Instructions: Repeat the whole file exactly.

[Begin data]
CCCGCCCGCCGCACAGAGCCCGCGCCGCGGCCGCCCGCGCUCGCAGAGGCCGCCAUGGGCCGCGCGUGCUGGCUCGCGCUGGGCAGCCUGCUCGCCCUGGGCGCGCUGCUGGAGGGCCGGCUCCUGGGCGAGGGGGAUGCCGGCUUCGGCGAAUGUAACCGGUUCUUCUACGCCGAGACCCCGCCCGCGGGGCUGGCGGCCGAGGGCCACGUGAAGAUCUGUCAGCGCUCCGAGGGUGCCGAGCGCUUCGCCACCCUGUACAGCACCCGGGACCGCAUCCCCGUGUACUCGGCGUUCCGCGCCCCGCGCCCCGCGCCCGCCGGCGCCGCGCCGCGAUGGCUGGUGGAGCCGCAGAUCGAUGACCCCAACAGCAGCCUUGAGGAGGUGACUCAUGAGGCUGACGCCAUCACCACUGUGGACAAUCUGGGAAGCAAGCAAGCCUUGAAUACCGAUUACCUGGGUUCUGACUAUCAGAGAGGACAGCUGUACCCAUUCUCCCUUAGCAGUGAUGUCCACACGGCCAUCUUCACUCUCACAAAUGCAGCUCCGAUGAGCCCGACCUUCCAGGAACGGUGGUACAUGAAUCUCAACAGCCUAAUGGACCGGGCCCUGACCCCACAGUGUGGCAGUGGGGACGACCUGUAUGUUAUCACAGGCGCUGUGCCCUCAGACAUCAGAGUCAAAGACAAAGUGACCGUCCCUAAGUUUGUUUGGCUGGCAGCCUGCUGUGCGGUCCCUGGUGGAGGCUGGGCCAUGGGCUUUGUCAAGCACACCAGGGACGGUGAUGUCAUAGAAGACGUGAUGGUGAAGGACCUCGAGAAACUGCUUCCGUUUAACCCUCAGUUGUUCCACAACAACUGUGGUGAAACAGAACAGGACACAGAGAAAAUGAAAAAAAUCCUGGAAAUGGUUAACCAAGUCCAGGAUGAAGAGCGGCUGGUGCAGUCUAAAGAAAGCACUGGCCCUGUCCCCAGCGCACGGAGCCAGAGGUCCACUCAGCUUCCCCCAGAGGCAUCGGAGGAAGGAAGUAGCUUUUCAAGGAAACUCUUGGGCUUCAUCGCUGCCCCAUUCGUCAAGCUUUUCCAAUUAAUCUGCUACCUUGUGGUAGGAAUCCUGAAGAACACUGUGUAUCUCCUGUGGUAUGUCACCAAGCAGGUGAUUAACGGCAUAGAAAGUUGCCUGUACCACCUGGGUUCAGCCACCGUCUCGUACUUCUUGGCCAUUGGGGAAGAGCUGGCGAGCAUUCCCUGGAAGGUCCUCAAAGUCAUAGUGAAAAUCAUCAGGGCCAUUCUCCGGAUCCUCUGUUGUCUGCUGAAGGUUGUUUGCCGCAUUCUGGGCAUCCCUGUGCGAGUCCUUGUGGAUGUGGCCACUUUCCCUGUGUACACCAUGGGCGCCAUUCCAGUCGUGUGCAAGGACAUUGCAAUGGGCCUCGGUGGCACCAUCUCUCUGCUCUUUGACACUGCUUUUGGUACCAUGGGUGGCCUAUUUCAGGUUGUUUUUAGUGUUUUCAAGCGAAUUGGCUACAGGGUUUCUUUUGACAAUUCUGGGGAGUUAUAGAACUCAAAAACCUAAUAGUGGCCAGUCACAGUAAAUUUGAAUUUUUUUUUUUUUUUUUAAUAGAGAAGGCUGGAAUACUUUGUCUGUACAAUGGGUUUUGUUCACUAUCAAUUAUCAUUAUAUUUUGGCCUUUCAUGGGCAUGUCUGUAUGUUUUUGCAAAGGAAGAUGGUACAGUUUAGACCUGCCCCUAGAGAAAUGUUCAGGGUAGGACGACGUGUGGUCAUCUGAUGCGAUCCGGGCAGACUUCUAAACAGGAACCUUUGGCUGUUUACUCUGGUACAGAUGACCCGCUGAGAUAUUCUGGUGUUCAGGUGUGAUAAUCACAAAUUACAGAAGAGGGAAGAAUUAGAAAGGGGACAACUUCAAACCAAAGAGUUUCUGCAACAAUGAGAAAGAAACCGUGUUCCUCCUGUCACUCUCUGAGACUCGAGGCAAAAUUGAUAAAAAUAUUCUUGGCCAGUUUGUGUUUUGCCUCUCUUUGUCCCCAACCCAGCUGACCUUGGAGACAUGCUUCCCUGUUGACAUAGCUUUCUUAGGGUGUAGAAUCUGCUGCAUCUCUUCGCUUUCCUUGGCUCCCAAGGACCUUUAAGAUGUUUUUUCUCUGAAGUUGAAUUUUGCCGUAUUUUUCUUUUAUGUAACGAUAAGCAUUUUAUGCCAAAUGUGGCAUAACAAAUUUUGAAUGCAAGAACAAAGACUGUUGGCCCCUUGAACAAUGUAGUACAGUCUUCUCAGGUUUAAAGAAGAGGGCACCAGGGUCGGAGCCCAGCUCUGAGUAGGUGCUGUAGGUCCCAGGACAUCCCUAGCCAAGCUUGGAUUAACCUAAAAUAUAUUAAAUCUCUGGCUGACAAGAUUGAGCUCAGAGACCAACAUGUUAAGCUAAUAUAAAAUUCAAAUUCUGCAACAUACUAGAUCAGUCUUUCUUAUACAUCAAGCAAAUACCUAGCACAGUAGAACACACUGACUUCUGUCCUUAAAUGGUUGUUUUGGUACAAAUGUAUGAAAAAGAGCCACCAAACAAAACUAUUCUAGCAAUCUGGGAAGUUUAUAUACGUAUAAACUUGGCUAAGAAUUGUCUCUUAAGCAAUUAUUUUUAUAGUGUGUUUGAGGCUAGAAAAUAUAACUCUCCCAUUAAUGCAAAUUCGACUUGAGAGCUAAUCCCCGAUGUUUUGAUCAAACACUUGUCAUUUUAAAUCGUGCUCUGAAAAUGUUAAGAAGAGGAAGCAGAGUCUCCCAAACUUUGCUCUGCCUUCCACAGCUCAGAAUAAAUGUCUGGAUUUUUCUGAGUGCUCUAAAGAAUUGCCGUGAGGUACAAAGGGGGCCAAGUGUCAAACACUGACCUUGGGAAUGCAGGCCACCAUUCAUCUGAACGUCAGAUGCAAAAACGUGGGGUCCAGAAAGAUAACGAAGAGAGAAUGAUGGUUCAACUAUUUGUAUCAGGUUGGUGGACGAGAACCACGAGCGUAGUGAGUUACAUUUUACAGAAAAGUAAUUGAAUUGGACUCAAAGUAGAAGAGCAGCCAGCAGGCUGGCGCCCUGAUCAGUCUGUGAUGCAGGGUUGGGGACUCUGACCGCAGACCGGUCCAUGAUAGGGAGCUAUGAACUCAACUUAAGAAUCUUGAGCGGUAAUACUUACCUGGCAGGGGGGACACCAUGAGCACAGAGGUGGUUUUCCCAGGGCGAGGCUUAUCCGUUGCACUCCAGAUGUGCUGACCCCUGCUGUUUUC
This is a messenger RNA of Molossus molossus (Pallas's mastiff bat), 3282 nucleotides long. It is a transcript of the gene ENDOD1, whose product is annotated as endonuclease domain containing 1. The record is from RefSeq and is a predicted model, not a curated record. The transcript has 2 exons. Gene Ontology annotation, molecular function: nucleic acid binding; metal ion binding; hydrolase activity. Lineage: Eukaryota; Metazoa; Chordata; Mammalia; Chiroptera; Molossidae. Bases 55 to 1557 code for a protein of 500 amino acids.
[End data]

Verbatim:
CCCGCCCGCCGCACAGAGCCCGCGCCGCGGCCGCCCGCGCUCGCAGAGGCCGCCAUGGGCCGCGCGUGCUGGCUCGCGCUGGGCAGCCUGCUCGCCCUGGGCGCGCUGCUGGAGGGCCGGCUCCUGGGCGAGGGGGAUGCCGGCUUCGGCGAAUGUAACCGGUUCUUCUACGCCGAGACCCCGCCCGCGGGGCUGGCGGCCGAGGGCCACGUGAAGAUCUGUCAGCGCUCCGAGGGUGCCGAGCGCUUCGCCACCCUGUACAGCACCCGGGACCGCAUCCCCGUGUACUCGGCGUUCCGCGCCCCGCGCCCCGCGCCCGCCGGCGCCGCGCCGCGAUGGCUGGUGGAGCCGCAGAUCGAUGACCCCAACAGCAGCCUUGAGGAGGUGACUCAUGAGGCUGACGCCAUCACCACUGUGGACAAUCUGGGAAGCAAGCAAGCCUUGAAUACCGAUUACCUGGGUUCUGACUAUCAGAGAGGACAGCUGUACCCAUUCUCCCUUAGCAGUGAUGUCCACACGGCCAUCUUCACUCUCACAAAUGCAGCUCCGAUGAGCCCGACCUUCCAGGAACGGUGGUACAUGAAUCUCAACAGCCUAAUGGACCGGGCCCUGACCCCACAGUGUGGCAGUGGGGACGACCUGUAUGUUAUCACAGGCGCUGUGCCCUCAGACAUCAGAGUCAAAGACAAAGUGACCGUCCCUAAGUUUGUUUGGCUGGCAGCCUGCUGUGCGGUCCCUGGUGGAGGCUGGGCCAUGGGCUUUGUCAAGCACACCAGGGACGGUGAUGUCAUAGAAGACGUGAUGGUGAAGGACCUCGAGAAACUGCUUCCGUUUAACCCUCAGUUGUUCCACAACAACUGUGGUGAAACAGAACAGGACACAGAGAAAAUGAAAAAAAUCCUGGAAAUGGUUAACCAAGUCCAGGAUGAAGAGCGGCUGGUGCAGUCUAAAGAAAGCACUGGCCCUGUCCCCAGCGCACGGAGCCAGAGGUCCACUCAGCUUCCCCCAGAGGCAUCGGAGGAAGGAAGUAGCUUUUCAAGGAAACUCUUGGGCUUCAUCGCUGCCCCAUUCGUCAAGCUUUUCCAAUUAAUCUGCUACCUUGUGGUAGGAAUCCUGAAGAACACUGUGUAUCUCCUGUGGUAUGUCACCAAGCAGGUGAUUAACGGCAUAGAAAGUUGCCUGUACCACCUGGGUUCAGCCACCGUCUCGUACUUCUUGGCCAUUGGGGAAGAGCUGGCGAGCAUUCCCUGGAAGGUCCUCAAAGUCAUAGUGAAAAUCAUCAGGGCCAUUCUCCGGAUCCUCUGUUGUCUGCUGAAGGUUGUUUGCCGCAUUCUGGGCAUCCCUGUGCGAGUCCUUGUGGAUGUGGCCACUUUCCCUGUGUACACCAUGGGCGCCAUUCCAGUCGUGUGCAAGGACAUUGCAAUGGGCCUCGGUGGCACCAUCUCUCUGCUCUUUGACACUGCUUUUGGUACCAUGGGUGGCCUAUUUCAGGUUGUUUUUAGUGUUUUCAAGCGAAUUGGCUACAGGGUUUCUUUUGACAAUUCUGGGGAGUUAUAGAACUCAAAAACCUAAUAGUGGCCAGUCACAGUAAAUUUGAAUUUUUUUUUUUUUUUUUAAUAGAGAAGGCUGGAAUACUUUGUCUGUACAAUGGGUUUUGUUCACUAUCAAUUAUCAUUAUAUUUUGGCCUUUCAUGGGCAUGUCUGUAUGUUUUUGCAAAGGAAGAUGGUACAGUUUAGACCUGCCCCUAGAGAAAUGUUCAGGGUAGGACGACGUGUGGUCAUCUGAUGCGAUCCGGGCAGACUUCUAAACAGGAACCUUUGGCUGUUUACUCUGGUACAGAUGACCCGCUGAGAUAUUCUGGUGUUCAGGUGUGAUAAUCACAAAUUACAGAAGAGGGAAGAAUUAGAAAGGGGACAACUUCAAACCAAAGAGUUUCUGCAACAAUGAGAAAGAAACCGUGUUCCUCCUGUCACUCUCUGAGACUCGAGGCAAAAUUGAUAAAAAUAUUCUUGGCCAGUUUGUGUUUUGCCUCUCUUUGUCCCCAACCCAGCUGACCUUGGAGACAUGCUUCCCUGUUGACAUAGCUUUCUUAGGGUGUAGAAUCUGCUGCAUCUCUUCGCUUUCCUUGGCUCCCAAGGACCUUUAAGAUGUUUUUUCUCUGAAGUUGAAUUUUGCCGUAUUUUUCUUUUAUGUAACGAUAAGCAUUUUAUGCCAAAUGUGGCAUAACAAAUUUUGAAUGCAAGAACAAAGACUGUUGGCCCCUUGAACAAUGUAGUACAGUCUUCUCAGGUUUAAAGAAGAGGGCACCAGGGUCGGAGCCCAGCUCUGAGUAGGUGCUGUAGGUCCCAGGACAUCCCUAGCCAAGCUUGGAUUAACCUAAAAUAUAUUAAAUCUCUGGCUGACAAGAUUGAGCUCAGAGACCAACAUGUUAAGCUAAUAUAAAAUUCAAAUUCUGCAACAUACUAGAUCAGUCUUUCUUAUACAUCAAGCAAAUACCUAGCACAGUAGAACACACUGACUUCUGUCCUUAAAUGGUUGUUUUGGUACAAAUGUAUGAAAAAGAGCCACCAAACAAAACUAUUCUAGCAAUCUGGGAAGUUUAUAUACGUAUAAACUUGGCUAAGAAUUGUCUCUUAAGCAAUUAUUUUUAUAGUGUGUUUGAGGCUAGAAAAUAUAACUCUCCCAUUAAUGCAAAUUCGACUUGAGAGCUAAUCCCCGAUGUUUUGAUCAAACACUUGUCAUUUUAAAUCGUGCUCUGAAAAUGUUAAGAAGAGGAAGCAGAGUCUCCCAAACUUUGCUCUGCCUUCCACAGCUCAGAAUAAAUGUCUGGAUUUUUCUGAGUGCUCUAAAGAAUUGCCGUGAGGUACAAAGGGGGCCAAGUGUCAAACACUGACCUUGGGAAUGCAGGCCACCAUUCAUCUGAACGUCAGAUGCAAAAACGUGGGGUCCAGAAAGAUAACGAAGAGAGAAUGAUGGUUCAACUAUUUGUAUCAGGUUGGUGGACGAGAACCACGAGCGUAGUGAGUUACAUUUUACAGAAAAGUAAUUGAAUUGGACUCAAAGUAGAAGAGCAGCCAGCAGGCUGGCGCCCUGAUCAGUCUGUGAUGCAGGGUUGGGGACUCUGACCGCAGACCGGUCCAUGAUAGGGAGCUAUGAACUCAACUUAAGAAUCUUGAGCGGUAAUACUUACCUGGCAGGGGGGACACCAUGAGCACAGAGGUGGUUUUCCCAGGGCGAGGCUUAUCCGUUGCACUCCAGAUGUGCUGACCCCUGCUGUUUUC
This is a messenger RNA of Molossus molossus (Pallas's mastiff bat), 3282 nucleotides long. It is a transcript of the gene ENDOD1, whose product is annotated as endonuclease domain containing 1. The record is from RefSeq and is a predicted model, not a curated record. The transcript has 2 exons. Gene Ontology annotation, molecular function: nucleic acid binding; metal ion binding; hydrolase activity. Lineage: Eukaryota; Metazoa; Chordata; Mammalia; Chiroptera; Molossidae. Bases 55 to 1557 code for a protein of 500 amino acids.